Houston Rockets: Why Cade Cunningham isn’t a lock at no. 1 in the NBA Draft
If Cunningham’s freshman season at Oklahoma State, where he shot 40-percent from 3-point range and 84.6-percent from the free-throw line, proved that he is a knockdown shooter, then it also proved that his playmaking isn’t quite as good as advertised. Over the course of the season, Cunningham had more turnovers than assists and his 3.5 assists per game ranked 13th in the Big-12.
This doesn’t mean that he’s lost cause as a passer, just that his passing likely will take time to be a plus at the NBA level. Another area of concern is that while Cunningham proved to be a knock-down 3-point shooter, his ability to finish within the arc was less impressive.
Cunningham only hit 46-percent of his two-pointers which is a troubling number for his NBA future. It either means that he struggled to convert shots close to the basket or that he struggled to get those shots in the first place. Hitting 46-percent of your midrange jumpers is great, but never getting to the rim is not.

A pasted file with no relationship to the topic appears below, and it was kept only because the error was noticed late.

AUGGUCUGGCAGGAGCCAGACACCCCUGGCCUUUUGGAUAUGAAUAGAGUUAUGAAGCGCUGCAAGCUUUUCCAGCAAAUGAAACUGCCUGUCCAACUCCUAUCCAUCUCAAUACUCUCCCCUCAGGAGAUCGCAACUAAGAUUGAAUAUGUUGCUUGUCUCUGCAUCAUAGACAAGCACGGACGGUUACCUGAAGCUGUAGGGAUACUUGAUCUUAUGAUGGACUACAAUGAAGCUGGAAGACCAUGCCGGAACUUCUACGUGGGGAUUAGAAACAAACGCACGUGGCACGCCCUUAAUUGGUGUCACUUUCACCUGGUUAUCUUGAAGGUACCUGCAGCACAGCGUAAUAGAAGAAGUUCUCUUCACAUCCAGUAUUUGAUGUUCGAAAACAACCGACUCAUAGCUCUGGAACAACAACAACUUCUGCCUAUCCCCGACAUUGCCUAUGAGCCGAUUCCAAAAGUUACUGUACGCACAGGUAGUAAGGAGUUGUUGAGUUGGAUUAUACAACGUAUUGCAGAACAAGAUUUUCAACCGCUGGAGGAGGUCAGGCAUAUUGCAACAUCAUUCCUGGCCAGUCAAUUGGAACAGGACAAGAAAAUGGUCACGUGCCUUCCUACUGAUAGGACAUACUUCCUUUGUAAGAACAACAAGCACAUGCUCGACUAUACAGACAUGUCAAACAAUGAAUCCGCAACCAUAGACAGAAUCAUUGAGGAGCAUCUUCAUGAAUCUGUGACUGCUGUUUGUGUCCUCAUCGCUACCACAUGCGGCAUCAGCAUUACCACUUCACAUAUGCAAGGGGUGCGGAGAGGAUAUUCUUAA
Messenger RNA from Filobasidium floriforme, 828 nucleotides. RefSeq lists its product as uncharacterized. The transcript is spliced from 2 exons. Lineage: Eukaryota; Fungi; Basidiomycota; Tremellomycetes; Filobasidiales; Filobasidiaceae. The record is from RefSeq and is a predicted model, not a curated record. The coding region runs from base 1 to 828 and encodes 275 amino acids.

Some draft analysts have compared him to Luka Doncic, which is a massive stretch. Doncic, at 19-years-old, was already the best player in the second-best league in the world, was a far better facilitator, and could get to the rim whenever he wanted. Cunningham is a good prospect but comparing him to Doncic is both reckless and lazy.
It should be mentioned, that a mitigating factor for Cunningham is that he was not surrounded by much if any future NBA talent in college. However, even with that caveat, he’d be more of a slam dunk prospect if his passing and 2-point field goal numbers were a bit better. The other factor to consider is completely outside of Cunningham’s control and is how good both Evan Mobley and Jalen Green were last season.
Next: Why Evan Mobley and Jalen Green could go no. 1